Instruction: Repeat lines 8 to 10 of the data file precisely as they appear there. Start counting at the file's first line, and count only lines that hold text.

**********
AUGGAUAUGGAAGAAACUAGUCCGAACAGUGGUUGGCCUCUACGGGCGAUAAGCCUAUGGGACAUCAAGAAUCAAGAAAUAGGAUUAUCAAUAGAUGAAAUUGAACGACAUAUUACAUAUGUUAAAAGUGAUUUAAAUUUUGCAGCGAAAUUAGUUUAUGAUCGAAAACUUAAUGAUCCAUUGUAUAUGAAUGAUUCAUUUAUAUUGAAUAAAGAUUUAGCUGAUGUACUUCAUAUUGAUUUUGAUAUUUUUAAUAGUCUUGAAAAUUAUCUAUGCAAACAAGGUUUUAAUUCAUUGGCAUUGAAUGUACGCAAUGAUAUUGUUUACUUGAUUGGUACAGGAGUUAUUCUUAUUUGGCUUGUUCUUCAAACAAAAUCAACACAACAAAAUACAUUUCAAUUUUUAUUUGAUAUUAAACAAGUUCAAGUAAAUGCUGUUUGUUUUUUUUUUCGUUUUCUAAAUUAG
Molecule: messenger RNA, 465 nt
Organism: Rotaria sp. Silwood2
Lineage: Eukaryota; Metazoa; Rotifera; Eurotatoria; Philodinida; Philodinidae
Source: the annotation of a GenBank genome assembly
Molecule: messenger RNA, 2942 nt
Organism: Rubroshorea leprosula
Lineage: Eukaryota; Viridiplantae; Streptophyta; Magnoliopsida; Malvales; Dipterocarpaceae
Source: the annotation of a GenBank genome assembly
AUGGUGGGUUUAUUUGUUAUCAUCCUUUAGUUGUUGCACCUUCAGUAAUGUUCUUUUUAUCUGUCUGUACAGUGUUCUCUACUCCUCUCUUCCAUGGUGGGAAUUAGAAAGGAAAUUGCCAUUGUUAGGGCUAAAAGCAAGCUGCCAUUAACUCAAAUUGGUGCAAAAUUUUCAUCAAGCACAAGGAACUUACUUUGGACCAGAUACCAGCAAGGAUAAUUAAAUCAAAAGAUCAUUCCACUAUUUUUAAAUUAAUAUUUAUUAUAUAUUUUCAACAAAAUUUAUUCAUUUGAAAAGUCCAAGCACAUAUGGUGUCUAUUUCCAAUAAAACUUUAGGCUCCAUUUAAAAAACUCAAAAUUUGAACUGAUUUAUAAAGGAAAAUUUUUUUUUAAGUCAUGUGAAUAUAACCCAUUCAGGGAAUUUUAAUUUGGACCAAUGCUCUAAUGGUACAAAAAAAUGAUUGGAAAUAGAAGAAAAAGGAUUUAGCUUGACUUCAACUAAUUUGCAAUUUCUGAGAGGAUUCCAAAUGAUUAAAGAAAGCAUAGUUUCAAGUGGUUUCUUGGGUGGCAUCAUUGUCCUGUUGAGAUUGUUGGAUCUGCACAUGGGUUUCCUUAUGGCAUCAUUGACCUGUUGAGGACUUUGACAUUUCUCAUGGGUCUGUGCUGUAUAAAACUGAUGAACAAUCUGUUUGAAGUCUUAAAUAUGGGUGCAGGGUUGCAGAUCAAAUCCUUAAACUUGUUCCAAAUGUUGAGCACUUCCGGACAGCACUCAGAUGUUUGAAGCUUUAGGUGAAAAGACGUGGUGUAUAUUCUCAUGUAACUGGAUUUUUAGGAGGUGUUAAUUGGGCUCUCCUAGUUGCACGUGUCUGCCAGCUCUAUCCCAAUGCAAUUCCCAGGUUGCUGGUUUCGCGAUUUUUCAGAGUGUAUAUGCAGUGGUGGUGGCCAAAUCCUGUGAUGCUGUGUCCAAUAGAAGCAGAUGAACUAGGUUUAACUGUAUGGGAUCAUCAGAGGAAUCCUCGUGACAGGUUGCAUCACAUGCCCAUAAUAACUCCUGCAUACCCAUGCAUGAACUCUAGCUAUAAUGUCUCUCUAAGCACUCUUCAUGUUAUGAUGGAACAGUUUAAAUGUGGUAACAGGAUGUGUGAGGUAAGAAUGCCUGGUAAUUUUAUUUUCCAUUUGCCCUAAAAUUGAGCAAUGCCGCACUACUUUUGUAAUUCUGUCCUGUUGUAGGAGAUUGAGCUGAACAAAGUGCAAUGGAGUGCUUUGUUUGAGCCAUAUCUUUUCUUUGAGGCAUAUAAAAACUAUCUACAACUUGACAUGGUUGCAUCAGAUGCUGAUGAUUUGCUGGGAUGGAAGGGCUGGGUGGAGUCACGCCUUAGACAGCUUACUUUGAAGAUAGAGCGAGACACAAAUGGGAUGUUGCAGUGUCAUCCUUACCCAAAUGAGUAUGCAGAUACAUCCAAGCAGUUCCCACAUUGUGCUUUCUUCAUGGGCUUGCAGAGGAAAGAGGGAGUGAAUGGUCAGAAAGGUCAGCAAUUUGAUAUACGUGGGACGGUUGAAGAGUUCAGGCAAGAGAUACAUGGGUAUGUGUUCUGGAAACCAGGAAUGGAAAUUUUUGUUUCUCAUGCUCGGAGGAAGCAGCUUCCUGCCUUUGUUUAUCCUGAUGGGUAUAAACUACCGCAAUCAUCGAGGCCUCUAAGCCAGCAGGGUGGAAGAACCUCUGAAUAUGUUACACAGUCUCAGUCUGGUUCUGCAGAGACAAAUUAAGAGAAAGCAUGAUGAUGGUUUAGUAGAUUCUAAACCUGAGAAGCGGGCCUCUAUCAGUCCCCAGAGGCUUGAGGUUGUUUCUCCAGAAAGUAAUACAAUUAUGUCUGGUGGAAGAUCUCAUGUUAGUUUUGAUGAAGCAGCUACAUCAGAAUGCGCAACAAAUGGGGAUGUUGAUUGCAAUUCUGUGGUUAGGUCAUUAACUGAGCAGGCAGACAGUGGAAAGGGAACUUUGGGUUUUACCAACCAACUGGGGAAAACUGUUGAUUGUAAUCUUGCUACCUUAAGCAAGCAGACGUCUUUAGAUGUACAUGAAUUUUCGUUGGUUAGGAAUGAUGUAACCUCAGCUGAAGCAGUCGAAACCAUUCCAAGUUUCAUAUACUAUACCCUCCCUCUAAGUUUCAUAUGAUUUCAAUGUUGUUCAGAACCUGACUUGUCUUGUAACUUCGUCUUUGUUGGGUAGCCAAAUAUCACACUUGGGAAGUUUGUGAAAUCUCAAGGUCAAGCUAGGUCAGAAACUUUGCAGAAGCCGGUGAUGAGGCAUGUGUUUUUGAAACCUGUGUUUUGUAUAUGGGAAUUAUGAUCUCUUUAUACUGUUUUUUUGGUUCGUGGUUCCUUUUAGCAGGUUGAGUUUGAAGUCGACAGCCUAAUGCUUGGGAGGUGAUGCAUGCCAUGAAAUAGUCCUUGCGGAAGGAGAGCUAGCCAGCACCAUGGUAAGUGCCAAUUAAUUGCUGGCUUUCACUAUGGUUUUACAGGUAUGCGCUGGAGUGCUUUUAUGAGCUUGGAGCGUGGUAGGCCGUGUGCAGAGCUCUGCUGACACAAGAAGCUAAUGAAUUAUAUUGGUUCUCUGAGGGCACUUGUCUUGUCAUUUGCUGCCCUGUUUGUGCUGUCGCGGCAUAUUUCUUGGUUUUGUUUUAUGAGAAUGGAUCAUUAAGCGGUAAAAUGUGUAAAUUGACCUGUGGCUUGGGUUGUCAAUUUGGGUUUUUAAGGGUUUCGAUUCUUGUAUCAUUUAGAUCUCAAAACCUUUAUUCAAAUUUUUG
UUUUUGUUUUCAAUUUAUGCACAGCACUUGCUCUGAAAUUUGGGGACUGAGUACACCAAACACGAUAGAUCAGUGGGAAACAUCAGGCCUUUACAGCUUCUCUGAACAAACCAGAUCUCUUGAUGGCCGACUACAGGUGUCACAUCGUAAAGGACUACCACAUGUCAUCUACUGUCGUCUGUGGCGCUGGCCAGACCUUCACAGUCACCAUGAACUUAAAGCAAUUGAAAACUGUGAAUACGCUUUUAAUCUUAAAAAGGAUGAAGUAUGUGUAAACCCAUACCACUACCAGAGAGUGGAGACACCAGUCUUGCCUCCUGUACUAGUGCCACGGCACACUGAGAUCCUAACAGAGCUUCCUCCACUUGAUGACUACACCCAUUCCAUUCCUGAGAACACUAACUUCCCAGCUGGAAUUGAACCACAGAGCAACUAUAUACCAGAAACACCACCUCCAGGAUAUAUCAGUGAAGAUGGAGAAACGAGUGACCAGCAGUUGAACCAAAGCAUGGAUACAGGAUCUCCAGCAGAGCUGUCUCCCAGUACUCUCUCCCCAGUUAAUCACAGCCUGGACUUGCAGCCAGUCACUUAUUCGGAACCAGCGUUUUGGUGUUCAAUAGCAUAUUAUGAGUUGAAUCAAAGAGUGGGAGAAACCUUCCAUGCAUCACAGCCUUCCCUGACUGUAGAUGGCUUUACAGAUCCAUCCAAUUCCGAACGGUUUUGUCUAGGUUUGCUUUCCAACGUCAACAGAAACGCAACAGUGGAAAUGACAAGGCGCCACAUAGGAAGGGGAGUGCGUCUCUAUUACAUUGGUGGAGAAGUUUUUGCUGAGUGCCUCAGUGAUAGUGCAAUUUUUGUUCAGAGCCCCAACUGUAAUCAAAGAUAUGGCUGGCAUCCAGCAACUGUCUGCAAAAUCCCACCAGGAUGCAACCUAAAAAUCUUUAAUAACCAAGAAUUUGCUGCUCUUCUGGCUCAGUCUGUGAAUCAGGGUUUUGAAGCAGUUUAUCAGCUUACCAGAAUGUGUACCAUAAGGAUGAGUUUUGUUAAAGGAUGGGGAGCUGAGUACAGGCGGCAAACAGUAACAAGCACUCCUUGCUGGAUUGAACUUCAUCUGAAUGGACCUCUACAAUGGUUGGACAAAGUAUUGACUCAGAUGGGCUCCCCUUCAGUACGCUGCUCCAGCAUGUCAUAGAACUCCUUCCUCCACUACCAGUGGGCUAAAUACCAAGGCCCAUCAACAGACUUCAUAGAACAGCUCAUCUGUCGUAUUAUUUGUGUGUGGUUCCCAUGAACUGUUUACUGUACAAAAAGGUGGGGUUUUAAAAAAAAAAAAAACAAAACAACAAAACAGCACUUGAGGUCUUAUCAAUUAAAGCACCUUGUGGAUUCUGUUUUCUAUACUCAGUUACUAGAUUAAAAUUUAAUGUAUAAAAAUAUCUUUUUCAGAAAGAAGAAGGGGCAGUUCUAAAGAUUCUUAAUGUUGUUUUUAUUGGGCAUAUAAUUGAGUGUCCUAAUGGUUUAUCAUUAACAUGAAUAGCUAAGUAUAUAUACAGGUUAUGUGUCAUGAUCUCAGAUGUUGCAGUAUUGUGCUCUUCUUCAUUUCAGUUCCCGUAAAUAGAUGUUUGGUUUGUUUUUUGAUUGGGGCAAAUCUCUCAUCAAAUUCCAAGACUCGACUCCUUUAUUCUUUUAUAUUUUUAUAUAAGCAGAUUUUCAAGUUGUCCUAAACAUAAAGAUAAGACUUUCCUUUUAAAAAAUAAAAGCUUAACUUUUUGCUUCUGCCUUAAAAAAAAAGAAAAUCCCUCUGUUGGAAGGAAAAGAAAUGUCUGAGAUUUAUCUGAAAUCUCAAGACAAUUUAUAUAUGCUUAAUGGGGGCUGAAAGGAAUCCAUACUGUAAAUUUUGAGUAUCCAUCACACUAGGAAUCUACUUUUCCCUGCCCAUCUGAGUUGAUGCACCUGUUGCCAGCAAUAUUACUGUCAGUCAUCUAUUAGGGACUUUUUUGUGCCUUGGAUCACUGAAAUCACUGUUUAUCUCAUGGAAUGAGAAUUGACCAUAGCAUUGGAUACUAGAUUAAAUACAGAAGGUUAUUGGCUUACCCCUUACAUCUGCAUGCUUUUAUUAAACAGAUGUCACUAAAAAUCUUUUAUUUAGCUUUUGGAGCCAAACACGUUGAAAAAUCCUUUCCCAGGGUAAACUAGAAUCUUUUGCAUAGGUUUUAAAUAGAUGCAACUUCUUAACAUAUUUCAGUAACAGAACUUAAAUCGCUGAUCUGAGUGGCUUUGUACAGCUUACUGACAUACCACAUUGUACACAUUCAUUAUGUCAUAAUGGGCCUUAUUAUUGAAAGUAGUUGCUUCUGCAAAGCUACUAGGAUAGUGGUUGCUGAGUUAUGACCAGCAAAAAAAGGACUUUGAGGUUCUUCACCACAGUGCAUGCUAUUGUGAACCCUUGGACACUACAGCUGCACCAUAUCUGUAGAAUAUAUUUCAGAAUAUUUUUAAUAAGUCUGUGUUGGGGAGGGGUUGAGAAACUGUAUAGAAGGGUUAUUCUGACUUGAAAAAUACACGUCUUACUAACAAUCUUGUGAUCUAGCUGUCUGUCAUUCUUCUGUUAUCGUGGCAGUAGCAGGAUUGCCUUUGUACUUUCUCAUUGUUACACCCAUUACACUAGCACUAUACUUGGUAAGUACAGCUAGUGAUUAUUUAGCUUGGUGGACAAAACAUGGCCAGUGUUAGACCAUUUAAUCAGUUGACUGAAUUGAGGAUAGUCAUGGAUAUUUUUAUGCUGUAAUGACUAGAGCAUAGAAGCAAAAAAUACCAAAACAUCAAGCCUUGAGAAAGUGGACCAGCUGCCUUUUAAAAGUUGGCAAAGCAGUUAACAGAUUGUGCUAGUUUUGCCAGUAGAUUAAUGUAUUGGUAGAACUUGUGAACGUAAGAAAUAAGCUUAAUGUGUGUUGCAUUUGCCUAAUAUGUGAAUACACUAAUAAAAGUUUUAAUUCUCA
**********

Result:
Lineage: Eukaryota; Viridiplantae; Streptophyta; Magnoliopsida; Malvales; Dipterocarpaceae
Source: the annotation of a GenBank genome assembly
AUGGUGGGUUUAUUUGUUAUCAUCCUUUAGUUGUUGCACCUUCAGUAAUGUUCUUUUUAUCUGUCUGUACAGUGUUCUCUACUCCUCUCUUCCAUGGUGGGAAUUAGAAAGGAAAUUGCCAUUGUUAGGGCUAAAAGCAAGCUGCCAUUAACUCAAAUUGGUGCAAAAUUUUCAUCAAGCACAAGGAACUUACUUUGGACCAGAUACCAGCAAGGAUAAUUAAAUCAAAAGAUCAUUCCACUAUUUUUAAAUUAAUAUUUAUUAUAUAUUUUCAACAAAAUUUAUUCAUUUGAAAAGUCCAAGCACAUAUGGUGUCUAUUUCCAAUAAAACUUUAGGCUCCAUUUAAAAAACUCAAAAUUUGAACUGAUUUAUAAAGGAAAAUUUUUUUUUAAGUCAUGUGAAUAUAACCCAUUCAGGGAAUUUUAAUUUGGACCAAUGCUCUAAUGGUACAAAAAAAUGAUUGGAAAUAGAAGAAAAAGGAUUUAGCUUGACUUCAACUAAUUUGCAAUUUCUGAGAGGAUUCCAAAUGAUUAAAGAAAGCAUAGUUUCAAGUGGUUUCUUGGGUGGCAUCAUUGUCCUGUUGAGAUUGUUGGAUCUGCACAUGGGUUUCCUUAUGGCAUCAUUGACCUGUUGAGGACUUUGACAUUUCUCAUGGGUCUGUGCUGUAUAAAACUGAUGAACAAUCUGUUUGAAGUCUUAAAUAUGGGUGCAGGGUUGCAGAUCAAAUCCUUAAACUUGUUCCAAAUGUUGAGCACUUCCGGACAGCACUCAGAUGUUUGAAGCUUUAGGUGAAAAGACGUGGUGUAUAUUCUCAUGUAACUGGAUUUUUAGGAGGUGUUAAUUGGGCUCUCCUAGUUGCACGUGUCUGCCAGCUCUAUCCCAAUGCAAUUCCCAGGUUGCUGGUUUCGCGAUUUUUCAGAGUGUAUAUGCAGUGGUGGUGGCCAAAUCCUGUGAUGCUGUGUCCAAUAGAAGCAGAUGAACUAGGUUUAACUGUAUGGGAUCAUCAGAGGAAUCCUCGUGACAGGUUGCAUCACAUGCCCAUAAUAACUCCUGCAUACCCAUGCAUGAACUCUAGCUAUAAUGUCUCUCUAAGCACUCUUCAUGUUAUGAUGGAACAGUUUAAAUGUGGUAACAGGAUGUGUGAGGUAAGAAUGCCUGGUAAUUUUAUUUUCCAUUUGCCCUAAAAUUGAGCAAUGCCGCACUACUUUUGUAAUUCUGUCCUGUUGUAGGAGAUUGAGCUGAACAAAGUGCAAUGGAGUGCUUUGUUUGAGCCAUAUCUUUUCUUUGAGGCAUAUAAAAACUAUCUACAACUUGACAUGGUUGCAUCAGAUGCUGAUGAUUUGCUGGGAUGGAAGGGCUGGGUGGAGUCACGCCUUAGACAGCUUACUUUGAAGAUAGAGCGAGACACAAAUGGGAUGUUGCAGUGUCAUCCUUACCCAAAUGAGUAUGCAGAUACAUCCAAGCAGUUCCCACAUUGUGCUUUCUUCAUGGGCUUGCAGAGGAAAGAGGGAGUGAAUGGUCAGAAAGGUCAGCAAUUUGAUAUACGUGGGACGGUUGAAGAGUUCAGGCAAGAGAUACAUGGGUAUGUGUUCUGGAAACCAGGAAUGGAAAUUUUUGUUUCUCAUGCUCGGAGGAAGCAGCUUCCUGCCUUUGUUUAUCCUGAUGGGUAUAAACUACCGCAAUCAUCGAGGCCUCUAAGCCAGCAGGGUGGAAGAACCUCUGAAUAUGUUACACAGUCUCAGUCUGGUUCUGCAGAGACAAAUUAAGAGAAAGCAUGAUGAUGGUUUAGUAGAUUCUAAACCUGAGAAGCGGGCCUCUAUCAGUCCCCAGAGGCUUGAGGUUGUUUCUCCAGAAAGUAAUACAAUUAUGUCUGGUGGAAGAUCUCAUGUUAGUUUUGAUGAAGCAGCUACAUCAGAAUGCGCAACAAAUGGGGAUGUUGAUUGCAAUUCUGUGGUUAGGUCAUUAACUGAGCAGGCAGACAGUGGAAAGGGAACUUUGGGUUUUACCAACCAACUGGGGAAAACUGUUGAUUGUAAUCUUGCUACCUUAAGCAAGCAGACGUCUUUAGAUGUACAUGAAUUUUCGUUGGUUAGGAAUGAUGUAACCUCAGCUGAAGCAGUCGAAACCAUUCCAAGUUUCAUAUACUAUACCCUCCCUCUAAGUUUCAUAUGAUUUCAAUGUUGUUCAGAACCUGACUUGUCUUGUAACUUCGUCUUUGUUGGGUAGCCAAAUAUCACACUUGGGAAGUUUGUGAAAUCUCAAGGUCAAGCUAGGUCAGAAACUUUGCAGAAGCCGGUGAUGAGGCAUGUGUUUUUGAAACCUGUGUUUUGUAUAUGGGAAUUAUGAUCUCUUUAUACUGUUUUUUUGGUUCGUGGUUCCUUUUAGCAGGUUGAGUUUGAAGUCGACAGCCUAAUGCUUGGGAGGUGAUGCAUGCCAUGAAAUAGUCCUUGCGGAAGGAGAGCUAGCCAGCACCAUGGUAAGUGCCAAUUAAUUGCUGGCUUUCACUAUGGUUUUACAGGUAUGCGCUGGAGUGCUUUUAUGAGCUUGGAGCGUGGUAGGCCGUGUGCAGAGCUCUGCUGACACAAGAAGCUAAUGAAUUAUAUUGGUUCUCUGAGGGCACUUGUCUUGUCAUUUGCUGCCCUGUUUGUGCUGUCGCGGCAUAUUUCUUGGUUUUGUUUUAUGAGAAUGGAUCAUUAAGCGGUAAAAUGUGUAAAUUGACCUGUGGCUUGGGUUGUCAAUUUGGGUUUUUAAGGGUUUCGAUUCUUGUAUCAUUUAGAUCUCAAAACCUUUAUUCAAAUUUUUG